Arctic precipitation is projected to increase more rapidly than the global mean in warming climates. However, warming-induced changes in the variability of Arctic precipitation are largely unknown. Scientists from KNMI, in collaboration with the Institute for Marine and Atmospheric research Utrecht (Utrecht University), Energy and Sustainability Research Institute Groningen (University of Groningen), and the Water Systems and Global Change Group (Wageningen University & Research), have shown that the increase in precipitation variability towards warmer climates does not scale with the increase in mean precipitation. This is mainly attributed to the origin: while the increase in mean precipitation is largely attributed to the increase in surface evaporation, the increase in precipitation variability is attributed to variability in poleward moisture transport.
Global warming will affect the Earth's hydrological cycle mainly because of the increasing moisture-holding capacity of the atmosphere. While most research on the changing hydrological cycle is focused on assessing trends in mean quantities, currently little is known about the variability in the hydrological cycle of the Arctic region, and especially about how the variability will change towards other climates. Changes in variability are however crucial to study in order to interpret climate trends, as strong temporal variations on decadal timescales can temporarily obscure or enhance long-term trends. Additionally, interannual variability of the hydrological cycle is one of the governing aspects of precipitation extremes.
To study this climate variability, long timeseries are the most appropriate. As observations and reananalyses are not available over such time periods, this research used five quasi-equilibrium climates simulated by a global climate model (EC-Earth) to study the changes in precipitation variability and the underlying mechanisms in different climates. These quasi-equilibrium simulations have a length of 400 years length and are forced with a broad range of CO2 concentrations (0.25, 0.5, 1, 2, and 4 times the current global mean).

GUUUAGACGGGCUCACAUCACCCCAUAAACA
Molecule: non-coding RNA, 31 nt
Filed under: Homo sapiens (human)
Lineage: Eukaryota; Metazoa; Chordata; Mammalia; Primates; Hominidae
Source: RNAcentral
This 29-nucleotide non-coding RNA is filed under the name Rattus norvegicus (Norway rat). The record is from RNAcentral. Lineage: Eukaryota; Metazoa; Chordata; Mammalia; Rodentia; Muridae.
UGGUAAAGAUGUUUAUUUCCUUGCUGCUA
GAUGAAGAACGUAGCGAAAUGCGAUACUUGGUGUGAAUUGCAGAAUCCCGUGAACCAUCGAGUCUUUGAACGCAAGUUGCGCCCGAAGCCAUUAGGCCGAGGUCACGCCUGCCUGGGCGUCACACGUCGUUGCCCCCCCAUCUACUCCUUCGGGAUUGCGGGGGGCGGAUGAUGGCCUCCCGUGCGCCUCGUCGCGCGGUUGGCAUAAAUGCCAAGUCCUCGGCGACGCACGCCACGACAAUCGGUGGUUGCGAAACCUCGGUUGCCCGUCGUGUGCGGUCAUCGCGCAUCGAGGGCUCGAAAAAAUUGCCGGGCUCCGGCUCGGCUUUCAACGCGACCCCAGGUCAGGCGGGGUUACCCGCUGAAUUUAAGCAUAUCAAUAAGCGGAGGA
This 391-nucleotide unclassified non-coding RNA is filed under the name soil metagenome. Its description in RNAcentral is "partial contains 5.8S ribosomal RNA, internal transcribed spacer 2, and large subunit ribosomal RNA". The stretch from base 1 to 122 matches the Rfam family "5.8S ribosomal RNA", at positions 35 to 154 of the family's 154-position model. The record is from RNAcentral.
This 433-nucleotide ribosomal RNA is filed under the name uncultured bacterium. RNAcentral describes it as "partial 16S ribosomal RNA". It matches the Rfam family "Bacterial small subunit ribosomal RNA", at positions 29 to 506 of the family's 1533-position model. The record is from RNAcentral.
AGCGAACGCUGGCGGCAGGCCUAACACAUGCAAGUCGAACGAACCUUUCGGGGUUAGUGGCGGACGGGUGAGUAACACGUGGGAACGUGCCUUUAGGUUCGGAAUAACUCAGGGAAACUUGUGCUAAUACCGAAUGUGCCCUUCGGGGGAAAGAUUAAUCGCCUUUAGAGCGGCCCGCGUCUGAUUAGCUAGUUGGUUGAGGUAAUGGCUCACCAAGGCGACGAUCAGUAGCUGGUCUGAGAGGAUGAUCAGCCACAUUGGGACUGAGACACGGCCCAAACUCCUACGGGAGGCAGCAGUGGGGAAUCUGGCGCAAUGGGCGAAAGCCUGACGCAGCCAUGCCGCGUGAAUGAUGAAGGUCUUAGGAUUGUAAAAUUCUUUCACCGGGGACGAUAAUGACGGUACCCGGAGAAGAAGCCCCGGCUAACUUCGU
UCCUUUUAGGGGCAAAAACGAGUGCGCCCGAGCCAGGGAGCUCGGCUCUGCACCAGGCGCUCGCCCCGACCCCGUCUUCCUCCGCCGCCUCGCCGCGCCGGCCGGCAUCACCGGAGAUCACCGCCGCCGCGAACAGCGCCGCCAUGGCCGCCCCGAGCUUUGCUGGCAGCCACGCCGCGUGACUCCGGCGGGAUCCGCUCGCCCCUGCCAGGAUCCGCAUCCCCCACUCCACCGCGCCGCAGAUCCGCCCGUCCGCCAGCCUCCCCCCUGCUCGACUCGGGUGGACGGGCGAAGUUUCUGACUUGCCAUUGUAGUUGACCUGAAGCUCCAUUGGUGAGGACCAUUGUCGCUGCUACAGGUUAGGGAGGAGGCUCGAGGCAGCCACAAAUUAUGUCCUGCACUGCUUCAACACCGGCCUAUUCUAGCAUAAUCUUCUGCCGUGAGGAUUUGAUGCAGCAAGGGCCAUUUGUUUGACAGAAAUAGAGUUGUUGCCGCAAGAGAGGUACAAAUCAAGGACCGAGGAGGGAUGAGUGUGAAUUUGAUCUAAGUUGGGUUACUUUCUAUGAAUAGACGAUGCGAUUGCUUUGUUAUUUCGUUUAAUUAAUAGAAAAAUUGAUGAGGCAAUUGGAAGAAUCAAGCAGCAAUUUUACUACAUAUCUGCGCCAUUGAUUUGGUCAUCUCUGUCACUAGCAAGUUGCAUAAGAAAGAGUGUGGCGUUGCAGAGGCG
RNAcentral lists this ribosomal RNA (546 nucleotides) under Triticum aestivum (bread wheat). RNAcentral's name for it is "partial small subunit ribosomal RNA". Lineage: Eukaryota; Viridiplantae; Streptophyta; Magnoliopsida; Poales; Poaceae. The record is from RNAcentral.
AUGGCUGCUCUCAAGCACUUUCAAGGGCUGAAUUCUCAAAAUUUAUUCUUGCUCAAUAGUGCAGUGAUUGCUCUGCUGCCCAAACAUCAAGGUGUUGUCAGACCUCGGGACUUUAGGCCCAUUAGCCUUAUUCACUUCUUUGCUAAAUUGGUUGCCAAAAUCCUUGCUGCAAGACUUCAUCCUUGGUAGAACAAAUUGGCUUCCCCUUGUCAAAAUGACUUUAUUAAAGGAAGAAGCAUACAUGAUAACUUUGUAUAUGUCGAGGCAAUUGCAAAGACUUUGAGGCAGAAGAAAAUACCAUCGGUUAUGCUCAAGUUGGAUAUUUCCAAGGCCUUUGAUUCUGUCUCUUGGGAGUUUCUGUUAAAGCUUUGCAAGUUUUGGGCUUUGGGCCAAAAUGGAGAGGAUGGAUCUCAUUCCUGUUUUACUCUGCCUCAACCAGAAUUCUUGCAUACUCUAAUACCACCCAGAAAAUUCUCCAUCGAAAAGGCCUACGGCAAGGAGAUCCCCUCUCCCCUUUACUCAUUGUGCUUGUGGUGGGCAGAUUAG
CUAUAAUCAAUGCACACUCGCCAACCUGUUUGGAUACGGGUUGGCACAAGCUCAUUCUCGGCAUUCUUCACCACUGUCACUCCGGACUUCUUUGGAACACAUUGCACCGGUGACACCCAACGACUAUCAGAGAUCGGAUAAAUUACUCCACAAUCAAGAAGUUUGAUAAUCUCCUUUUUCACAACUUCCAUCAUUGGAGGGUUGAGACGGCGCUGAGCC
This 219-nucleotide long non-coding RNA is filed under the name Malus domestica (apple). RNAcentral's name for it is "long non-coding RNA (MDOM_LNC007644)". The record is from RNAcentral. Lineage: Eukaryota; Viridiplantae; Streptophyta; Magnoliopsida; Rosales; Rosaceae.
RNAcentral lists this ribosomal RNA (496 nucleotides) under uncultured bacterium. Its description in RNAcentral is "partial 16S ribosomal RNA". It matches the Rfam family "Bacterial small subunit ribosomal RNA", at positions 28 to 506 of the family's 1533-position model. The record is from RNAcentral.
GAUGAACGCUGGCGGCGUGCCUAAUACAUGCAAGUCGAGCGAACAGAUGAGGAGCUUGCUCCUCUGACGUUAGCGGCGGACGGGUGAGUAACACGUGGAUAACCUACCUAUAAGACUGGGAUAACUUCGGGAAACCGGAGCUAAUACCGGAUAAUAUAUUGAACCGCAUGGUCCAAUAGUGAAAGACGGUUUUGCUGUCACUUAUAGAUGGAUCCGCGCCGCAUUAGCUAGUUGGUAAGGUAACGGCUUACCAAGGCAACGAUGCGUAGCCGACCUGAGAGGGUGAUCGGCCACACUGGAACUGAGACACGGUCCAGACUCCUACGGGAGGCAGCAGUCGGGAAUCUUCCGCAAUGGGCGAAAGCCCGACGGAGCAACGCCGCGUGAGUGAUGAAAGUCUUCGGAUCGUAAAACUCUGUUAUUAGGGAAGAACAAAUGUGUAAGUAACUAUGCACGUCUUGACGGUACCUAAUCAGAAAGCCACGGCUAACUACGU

It was hypothesized that the change in precipitation variability would scale with the change in mean. However, it was found that the changes in mean precipitation were dominant in winter, while precipitation variability showed a stronger increase in summer towards warmer climates.
The increase in mean precipitation towards warmer climates is driven by the increase in surface evaporation in winter, which is attributed to retreating sea ice and also the intrusion of relatively warm ocean water into the Arctic, resulting in enhanced energy exchange between the ocean and atmosphere. In contrast, wintertime precipitation variability is governed by both poleward moisture transport and surface evaporation, which oppose each other as they both influence the vertical and meridional moisture gradients.
In summer, poleward moisture transport and surface evaporation also exhibit a negative correlation, but the regressions are much weaker. Those weaker regressions are caused by the higher air temperatures due to incoming solar radiation, resulting in smaller vertical temperature gradients between the ocean and atmosphere (and therefore increased stability over the oceans). During the summer season, the increasingly stronger relation between Arctic sea level pressure variability and precipitation variability towards warmer climates enhances variability.
Read more here: Climate State Dependence of Arctic Precipitation Variability